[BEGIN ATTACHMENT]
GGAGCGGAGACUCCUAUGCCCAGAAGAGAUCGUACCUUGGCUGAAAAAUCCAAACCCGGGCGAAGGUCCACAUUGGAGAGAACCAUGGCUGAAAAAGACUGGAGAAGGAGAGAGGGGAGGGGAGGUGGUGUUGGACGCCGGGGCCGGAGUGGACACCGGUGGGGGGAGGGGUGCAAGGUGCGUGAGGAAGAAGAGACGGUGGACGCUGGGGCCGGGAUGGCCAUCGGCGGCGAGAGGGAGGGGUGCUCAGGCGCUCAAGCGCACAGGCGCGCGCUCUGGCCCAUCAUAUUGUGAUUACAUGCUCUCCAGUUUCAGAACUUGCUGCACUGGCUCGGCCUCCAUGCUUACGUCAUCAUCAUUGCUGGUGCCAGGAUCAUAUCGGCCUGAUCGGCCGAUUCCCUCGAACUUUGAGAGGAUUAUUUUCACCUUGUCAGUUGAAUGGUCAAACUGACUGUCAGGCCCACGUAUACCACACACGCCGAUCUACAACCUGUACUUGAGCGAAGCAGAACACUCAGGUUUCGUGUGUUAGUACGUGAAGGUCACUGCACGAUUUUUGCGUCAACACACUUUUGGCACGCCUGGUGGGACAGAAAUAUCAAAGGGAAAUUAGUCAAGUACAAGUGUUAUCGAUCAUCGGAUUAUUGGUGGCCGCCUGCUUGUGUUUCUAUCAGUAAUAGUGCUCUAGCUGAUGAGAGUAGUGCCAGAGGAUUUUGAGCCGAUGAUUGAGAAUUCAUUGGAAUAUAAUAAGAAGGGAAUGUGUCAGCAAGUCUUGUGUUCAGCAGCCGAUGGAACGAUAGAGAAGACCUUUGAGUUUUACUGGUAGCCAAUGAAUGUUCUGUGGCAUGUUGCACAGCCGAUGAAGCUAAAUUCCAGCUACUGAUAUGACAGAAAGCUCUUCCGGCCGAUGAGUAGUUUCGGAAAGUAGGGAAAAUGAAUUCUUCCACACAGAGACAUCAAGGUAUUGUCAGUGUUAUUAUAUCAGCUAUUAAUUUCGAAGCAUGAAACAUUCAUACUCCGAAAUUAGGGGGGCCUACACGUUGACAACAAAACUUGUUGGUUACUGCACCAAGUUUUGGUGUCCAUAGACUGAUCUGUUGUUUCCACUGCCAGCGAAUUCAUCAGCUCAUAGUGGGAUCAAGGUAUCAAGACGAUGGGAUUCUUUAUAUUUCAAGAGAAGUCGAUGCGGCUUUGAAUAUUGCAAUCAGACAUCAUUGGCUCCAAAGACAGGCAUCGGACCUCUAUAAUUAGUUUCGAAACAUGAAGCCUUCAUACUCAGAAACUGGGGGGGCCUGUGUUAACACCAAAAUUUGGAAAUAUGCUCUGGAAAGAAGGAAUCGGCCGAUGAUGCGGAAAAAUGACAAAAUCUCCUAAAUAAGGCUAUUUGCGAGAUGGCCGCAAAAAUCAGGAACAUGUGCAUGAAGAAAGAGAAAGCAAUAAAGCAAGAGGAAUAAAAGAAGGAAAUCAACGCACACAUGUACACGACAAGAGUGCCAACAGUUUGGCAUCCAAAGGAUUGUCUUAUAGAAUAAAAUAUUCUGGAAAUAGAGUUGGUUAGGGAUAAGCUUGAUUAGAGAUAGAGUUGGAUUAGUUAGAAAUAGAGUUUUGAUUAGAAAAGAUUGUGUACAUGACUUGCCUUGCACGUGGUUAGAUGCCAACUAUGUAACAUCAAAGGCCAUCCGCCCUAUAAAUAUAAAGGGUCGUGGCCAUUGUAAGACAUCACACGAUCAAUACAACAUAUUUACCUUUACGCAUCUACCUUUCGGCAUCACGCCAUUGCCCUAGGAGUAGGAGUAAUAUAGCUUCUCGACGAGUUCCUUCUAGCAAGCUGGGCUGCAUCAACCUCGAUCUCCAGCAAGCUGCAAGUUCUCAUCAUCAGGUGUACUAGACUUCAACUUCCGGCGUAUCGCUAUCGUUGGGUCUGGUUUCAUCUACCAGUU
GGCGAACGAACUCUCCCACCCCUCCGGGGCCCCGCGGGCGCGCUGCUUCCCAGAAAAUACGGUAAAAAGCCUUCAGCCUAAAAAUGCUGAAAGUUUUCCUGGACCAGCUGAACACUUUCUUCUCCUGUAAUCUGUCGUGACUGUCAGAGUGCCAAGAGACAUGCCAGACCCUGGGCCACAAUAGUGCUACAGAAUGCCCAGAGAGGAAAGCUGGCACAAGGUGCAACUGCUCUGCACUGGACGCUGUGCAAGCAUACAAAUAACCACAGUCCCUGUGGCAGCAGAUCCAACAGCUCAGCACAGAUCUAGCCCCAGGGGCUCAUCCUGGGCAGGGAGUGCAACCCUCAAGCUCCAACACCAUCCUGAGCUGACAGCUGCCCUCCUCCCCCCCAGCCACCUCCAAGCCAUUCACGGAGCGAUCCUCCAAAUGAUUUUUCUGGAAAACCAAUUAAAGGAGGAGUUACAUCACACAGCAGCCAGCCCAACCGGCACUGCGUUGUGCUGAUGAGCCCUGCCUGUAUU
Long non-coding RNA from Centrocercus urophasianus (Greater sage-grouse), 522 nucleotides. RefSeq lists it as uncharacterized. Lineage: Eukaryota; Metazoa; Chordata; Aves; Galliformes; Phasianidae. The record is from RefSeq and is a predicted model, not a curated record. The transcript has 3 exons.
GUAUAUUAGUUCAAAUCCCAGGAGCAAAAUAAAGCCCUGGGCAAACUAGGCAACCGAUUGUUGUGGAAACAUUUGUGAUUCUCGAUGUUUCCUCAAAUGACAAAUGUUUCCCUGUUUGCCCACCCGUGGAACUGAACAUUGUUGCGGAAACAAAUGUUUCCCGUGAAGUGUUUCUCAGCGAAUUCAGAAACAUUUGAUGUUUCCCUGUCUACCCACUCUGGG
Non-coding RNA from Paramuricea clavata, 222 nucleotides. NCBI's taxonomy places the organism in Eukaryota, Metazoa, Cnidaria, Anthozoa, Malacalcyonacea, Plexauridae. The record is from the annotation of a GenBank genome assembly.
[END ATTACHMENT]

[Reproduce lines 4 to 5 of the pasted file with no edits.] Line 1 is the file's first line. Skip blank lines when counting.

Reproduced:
GUAUAUUAGUUCAAAUCCCAGGAGCAAAAUAAAGCCCUGGGCAAACUAGGCAACCGAUUGUUGUGGAAACAUUUGUGAUUCUCGAUGUUUCCUCAAAUGACAAAUGUUUCCCUGUUUGCCCACCCGUGGAACUGAACAUUGUUGCGGAAACAAAUGUUUCCCGUGAAGUGUUUCUCAGCGAAUUCAGAAACAUUUGAUGUUUCCCUGUCUACCCACUCUGGG
Non-coding RNA from Paramuricea clavata, 222 nucleotides. NCBI's taxonomy places the organism in Eukaryota, Metazoa, Cnidaria, Anthozoa, Malacalcyonacea, Plexauridae. The record is from the annotation of a GenBank genome assembly.